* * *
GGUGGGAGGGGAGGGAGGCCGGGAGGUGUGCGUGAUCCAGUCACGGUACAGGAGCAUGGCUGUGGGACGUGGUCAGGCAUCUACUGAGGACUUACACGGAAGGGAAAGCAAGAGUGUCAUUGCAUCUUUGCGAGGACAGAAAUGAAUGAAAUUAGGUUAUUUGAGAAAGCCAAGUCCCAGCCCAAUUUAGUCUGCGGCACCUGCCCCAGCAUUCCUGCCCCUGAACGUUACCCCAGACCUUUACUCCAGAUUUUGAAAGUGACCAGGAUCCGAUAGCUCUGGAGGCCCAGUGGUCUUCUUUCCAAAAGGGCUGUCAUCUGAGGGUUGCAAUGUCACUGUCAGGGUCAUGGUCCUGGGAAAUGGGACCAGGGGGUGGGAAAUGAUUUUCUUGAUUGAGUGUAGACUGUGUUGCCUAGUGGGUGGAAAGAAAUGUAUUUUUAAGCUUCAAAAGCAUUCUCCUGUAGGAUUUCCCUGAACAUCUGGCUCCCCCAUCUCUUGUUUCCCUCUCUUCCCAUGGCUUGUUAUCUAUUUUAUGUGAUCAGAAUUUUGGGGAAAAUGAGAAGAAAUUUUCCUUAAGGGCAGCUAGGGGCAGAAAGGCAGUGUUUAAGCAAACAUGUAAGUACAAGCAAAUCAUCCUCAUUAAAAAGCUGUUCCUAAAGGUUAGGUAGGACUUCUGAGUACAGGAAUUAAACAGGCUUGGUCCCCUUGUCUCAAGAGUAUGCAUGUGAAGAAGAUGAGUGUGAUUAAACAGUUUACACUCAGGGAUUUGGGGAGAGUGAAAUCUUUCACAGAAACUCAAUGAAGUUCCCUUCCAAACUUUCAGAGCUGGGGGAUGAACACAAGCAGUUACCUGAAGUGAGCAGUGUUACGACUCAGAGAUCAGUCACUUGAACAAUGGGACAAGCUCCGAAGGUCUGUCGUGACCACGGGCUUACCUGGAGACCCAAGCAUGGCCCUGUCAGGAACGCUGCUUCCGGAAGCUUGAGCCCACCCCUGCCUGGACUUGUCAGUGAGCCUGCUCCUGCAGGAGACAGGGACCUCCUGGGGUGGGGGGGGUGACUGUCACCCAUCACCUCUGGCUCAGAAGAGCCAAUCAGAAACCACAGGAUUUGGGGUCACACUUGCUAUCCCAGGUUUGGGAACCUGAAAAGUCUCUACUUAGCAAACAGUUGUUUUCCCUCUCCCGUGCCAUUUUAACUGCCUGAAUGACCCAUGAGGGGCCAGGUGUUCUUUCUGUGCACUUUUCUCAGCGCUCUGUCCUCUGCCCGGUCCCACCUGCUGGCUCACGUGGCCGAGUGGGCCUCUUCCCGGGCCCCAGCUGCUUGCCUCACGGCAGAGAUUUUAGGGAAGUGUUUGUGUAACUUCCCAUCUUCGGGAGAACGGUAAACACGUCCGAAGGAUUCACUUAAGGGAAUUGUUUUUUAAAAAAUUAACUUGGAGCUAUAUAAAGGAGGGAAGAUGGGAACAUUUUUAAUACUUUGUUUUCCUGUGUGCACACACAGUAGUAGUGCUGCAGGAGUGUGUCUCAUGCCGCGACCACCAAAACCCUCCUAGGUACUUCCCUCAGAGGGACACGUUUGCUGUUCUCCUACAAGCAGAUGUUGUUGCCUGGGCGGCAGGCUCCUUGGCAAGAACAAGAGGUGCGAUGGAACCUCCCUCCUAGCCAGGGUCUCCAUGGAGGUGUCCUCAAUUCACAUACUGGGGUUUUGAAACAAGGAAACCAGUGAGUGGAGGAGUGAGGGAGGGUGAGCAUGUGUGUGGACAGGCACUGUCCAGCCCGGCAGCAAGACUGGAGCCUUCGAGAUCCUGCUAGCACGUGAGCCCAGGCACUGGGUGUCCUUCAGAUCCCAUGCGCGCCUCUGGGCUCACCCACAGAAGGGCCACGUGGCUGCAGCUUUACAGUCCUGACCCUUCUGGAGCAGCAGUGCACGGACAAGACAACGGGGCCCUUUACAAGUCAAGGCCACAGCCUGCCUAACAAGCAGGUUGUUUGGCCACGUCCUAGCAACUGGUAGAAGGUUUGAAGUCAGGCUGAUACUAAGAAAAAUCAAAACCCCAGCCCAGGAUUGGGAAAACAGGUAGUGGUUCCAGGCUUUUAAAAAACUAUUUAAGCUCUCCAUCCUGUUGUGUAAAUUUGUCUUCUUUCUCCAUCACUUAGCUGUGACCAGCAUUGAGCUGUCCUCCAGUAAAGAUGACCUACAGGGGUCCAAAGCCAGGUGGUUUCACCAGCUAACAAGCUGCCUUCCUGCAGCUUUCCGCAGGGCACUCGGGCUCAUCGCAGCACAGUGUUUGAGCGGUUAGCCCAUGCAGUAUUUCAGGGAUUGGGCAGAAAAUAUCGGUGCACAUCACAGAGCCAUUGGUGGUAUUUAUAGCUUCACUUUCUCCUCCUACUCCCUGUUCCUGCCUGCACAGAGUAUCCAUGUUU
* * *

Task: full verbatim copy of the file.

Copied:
GGUGGGAGGGGAGGGAGGCCGGGAGGUGUGCGUGAUCCAGUCACGGUACAGGAGCAUGGCUGUGGGACGUGGUCAGGCAUCUACUGAGGACUUACACGGAAGGGAAAGCAAGAGUGUCAUUGCAUCUUUGCGAGGACAGAAAUGAAUGAAAUUAGGUUAUUUGAGAAAGCCAAGUCCCAGCCCAAUUUAGUCUGCGGCACCUGCCCCAGCAUUCCUGCCCCUGAACGUUACCCCAGACCUUUACUCCAGAUUUUGAAAGUGACCAGGAUCCGAUAGCUCUGGAGGCCCAGUGGUCUUCUUUCCAAAAGGGCUGUCAUCUGAGGGUUGCAAUGUCACUGUCAGGGUCAUGGUCCUGGGAAAUGGGACCAGGGGGUGGGAAAUGAUUUUCUUGAUUGAGUGUAGACUGUGUUGCCUAGUGGGUGGAAAGAAAUGUAUUUUUAAGCUUCAAAAGCAUUCUCCUGUAGGAUUUCCCUGAACAUCUGGCUCCCCCAUCUCUUGUUUCCCUCUCUUCCCAUGGCUUGUUAUCUAUUUUAUGUGAUCAGAAUUUUGGGGAAAAUGAGAAGAAAUUUUCCUUAAGGGCAGCUAGGGGCAGAAAGGCAGUGUUUAAGCAAACAUGUAAGUACAAGCAAAUCAUCCUCAUUAAAAAGCUGUUCCUAAAGGUUAGGUAGGACUUCUGAGUACAGGAAUUAAACAGGCUUGGUCCCCUUGUCUCAAGAGUAUGCAUGUGAAGAAGAUGAGUGUGAUUAAACAGUUUACACUCAGGGAUUUGGGGAGAGUGAAAUCUUUCACAGAAACUCAAUGAAGUUCCCUUCCAAACUUUCAGAGCUGGGGGAUGAACACAAGCAGUUACCUGAAGUGAGCAGUGUUACGACUCAGAGAUCAGUCACUUGAACAAUGGGACAAGCUCCGAAGGUCUGUCGUGACCACGGGCUUACCUGGAGACCCAAGCAUGGCCCUGUCAGGAACGCUGCUUCCGGAAGCUUGAGCCCACCCCUGCCUGGACUUGUCAGUGAGCCUGCUCCUGCAGGAGACAGGGACCUCCUGGGGUGGGGGGGGUGACUGUCACCCAUCACCUCUGGCUCAGAAGAGCCAAUCAGAAACCACAGGAUUUGGGGUCACACUUGCUAUCCCAGGUUUGGGAACCUGAAAAGUCUCUACUUAGCAAACAGUUGUUUUCCCUCUCCCGUGCCAUUUUAACUGCCUGAAUGACCCAUGAGGGGCCAGGUGUUCUUUCUGUGCACUUUUCUCAGCGCUCUGUCCUCUGCCCGGUCCCACCUGCUGGCUCACGUGGCCGAGUGGGCCUCUUCCCGGGCCCCAGCUGCUUGCCUCACGGCAGAGAUUUUAGGGAAGUGUUUGUGUAACUUCCCAUCUUCGGGAGAACGGUAAACACGUCCGAAGGAUUCACUUAAGGGAAUUGUUUUUUAAAAAAUUAACUUGGAGCUAUAUAAAGGAGGGAAGAUGGGAACAUUUUUAAUACUUUGUUUUCCUGUGUGCACACACAGUAGUAGUGCUGCAGGAGUGUGUCUCAUGCCGCGACCACCAAAACCCUCCUAGGUACUUCCCUCAGAGGGACACGUUUGCUGUUCUCCUACAAGCAGAUGUUGUUGCCUGGGCGGCAGGCUCCUUGGCAAGAACAAGAGGUGCGAUGGAACCUCCCUCCUAGCCAGGGUCUCCAUGGAGGUGUCCUCAAUUCACAUACUGGGGUUUUGAAACAAGGAAACCAGUGAGUGGAGGAGUGAGGGAGGGUGAGCAUGUGUGUGGACAGGCACUGUCCAGCCCGGCAGCAAGACUGGAGCCUUCGAGAUCCUGCUAGCACGUGAGCCCAGGCACUGGGUGUCCUUCAGAUCCCAUGCGCGCCUCUGGGCUCACCCACAGAAGGGCCACGUGGCUGCAGCUUUACAGUCCUGACCCUUCUGGAGCAGCAGUGCACGGACAAGACAACGGGGCCCUUUACAAGUCAAGGCCACAGCCUGCCUAACAAGCAGGUUGUUUGGCCACGUCCUAGCAACUGGUAGAAGGUUUGAAGUCAGGCUGAUACUAAGAAAAAUCAAAACCCCAGCCCAGGAUUGGGAAAACAGGUAGUGGUUCCAGGCUUUUAAAAAACUAUUUAAGCUCUCCAUCCUGUUGUGUAAAUUUGUCUUCUUUCUCCAUCACUUAGCUGUGACCAGCAUUGAGCUGUCCUCCAGUAAAGAUGACCUACAGGGGUCCAAAGCCAGGUGGUUUCACCAGCUAACAAGCUGCCUUCCUGCAGCUUUCCGCAGGGCACUCGGGCUCAUCGCAGCACAGUGUUUGAGCGGUUAGCCCAUGCAGUAUUUCAGGGAUUGGGCAGAAAAUAUCGGUGCACAUCACAGAGCCAUUGGUGGUAUUUAUAGCUUCACUUUCUCCUCCUACUCCCUGUUCCUGCCUGCACAGAGUAUCCAUGUUU